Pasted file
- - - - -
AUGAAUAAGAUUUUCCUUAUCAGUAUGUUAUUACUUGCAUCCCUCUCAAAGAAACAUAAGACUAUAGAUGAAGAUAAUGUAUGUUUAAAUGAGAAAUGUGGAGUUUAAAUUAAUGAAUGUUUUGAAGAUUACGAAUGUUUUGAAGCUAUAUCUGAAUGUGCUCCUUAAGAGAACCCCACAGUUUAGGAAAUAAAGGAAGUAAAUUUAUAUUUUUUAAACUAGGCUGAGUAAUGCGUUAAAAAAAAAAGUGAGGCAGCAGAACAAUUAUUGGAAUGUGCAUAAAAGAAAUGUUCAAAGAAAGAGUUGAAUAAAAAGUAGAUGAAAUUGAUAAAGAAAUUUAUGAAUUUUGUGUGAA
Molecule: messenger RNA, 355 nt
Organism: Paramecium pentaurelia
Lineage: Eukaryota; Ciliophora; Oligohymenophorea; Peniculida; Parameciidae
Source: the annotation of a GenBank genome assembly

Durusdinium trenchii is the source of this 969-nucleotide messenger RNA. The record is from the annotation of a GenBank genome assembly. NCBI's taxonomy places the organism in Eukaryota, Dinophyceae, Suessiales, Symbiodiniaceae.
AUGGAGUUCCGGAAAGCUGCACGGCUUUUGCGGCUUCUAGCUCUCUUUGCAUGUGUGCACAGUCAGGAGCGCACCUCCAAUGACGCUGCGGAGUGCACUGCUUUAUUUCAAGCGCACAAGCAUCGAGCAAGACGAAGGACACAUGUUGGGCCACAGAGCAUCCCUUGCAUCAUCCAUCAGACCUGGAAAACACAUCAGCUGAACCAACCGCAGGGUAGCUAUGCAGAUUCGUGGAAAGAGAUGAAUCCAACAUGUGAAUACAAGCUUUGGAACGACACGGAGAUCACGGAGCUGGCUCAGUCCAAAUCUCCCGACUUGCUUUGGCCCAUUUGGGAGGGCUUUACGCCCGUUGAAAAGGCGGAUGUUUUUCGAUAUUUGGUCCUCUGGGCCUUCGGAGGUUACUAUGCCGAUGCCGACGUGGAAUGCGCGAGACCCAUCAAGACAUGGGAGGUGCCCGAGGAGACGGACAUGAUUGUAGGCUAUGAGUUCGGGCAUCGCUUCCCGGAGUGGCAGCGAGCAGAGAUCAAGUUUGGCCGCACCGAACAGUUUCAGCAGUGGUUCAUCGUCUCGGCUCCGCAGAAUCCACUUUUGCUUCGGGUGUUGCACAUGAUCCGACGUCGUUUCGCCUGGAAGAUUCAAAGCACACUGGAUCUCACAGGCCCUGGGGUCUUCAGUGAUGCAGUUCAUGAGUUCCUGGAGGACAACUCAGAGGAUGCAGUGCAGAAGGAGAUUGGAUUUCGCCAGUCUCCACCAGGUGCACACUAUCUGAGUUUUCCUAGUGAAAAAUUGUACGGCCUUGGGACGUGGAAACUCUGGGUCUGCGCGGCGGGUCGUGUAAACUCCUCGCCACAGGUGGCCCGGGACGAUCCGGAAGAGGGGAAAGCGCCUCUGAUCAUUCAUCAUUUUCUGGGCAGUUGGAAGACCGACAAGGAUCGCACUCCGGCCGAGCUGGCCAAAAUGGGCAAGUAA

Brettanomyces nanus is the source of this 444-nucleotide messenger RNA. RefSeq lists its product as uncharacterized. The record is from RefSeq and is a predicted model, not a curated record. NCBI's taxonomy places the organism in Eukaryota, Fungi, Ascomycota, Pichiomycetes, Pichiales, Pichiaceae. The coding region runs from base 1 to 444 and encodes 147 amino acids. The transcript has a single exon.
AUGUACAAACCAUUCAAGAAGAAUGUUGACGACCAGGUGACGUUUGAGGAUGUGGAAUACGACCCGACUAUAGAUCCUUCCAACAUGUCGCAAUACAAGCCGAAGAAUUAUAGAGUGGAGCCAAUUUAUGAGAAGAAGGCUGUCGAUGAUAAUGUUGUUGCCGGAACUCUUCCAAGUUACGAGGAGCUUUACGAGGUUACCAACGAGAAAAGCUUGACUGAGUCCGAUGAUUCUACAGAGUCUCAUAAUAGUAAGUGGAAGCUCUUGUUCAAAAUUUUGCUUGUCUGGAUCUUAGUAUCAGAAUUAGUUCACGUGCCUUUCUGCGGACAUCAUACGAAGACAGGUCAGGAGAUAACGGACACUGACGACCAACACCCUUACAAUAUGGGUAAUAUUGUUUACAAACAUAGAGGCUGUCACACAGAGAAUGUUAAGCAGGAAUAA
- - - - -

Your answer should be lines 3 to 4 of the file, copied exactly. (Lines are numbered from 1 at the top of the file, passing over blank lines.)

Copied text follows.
Organism: Paramecium pentaurelia
Lineage: Eukaryota; Ciliophora; Oligohymenophorea; Peniculida; Parameciidae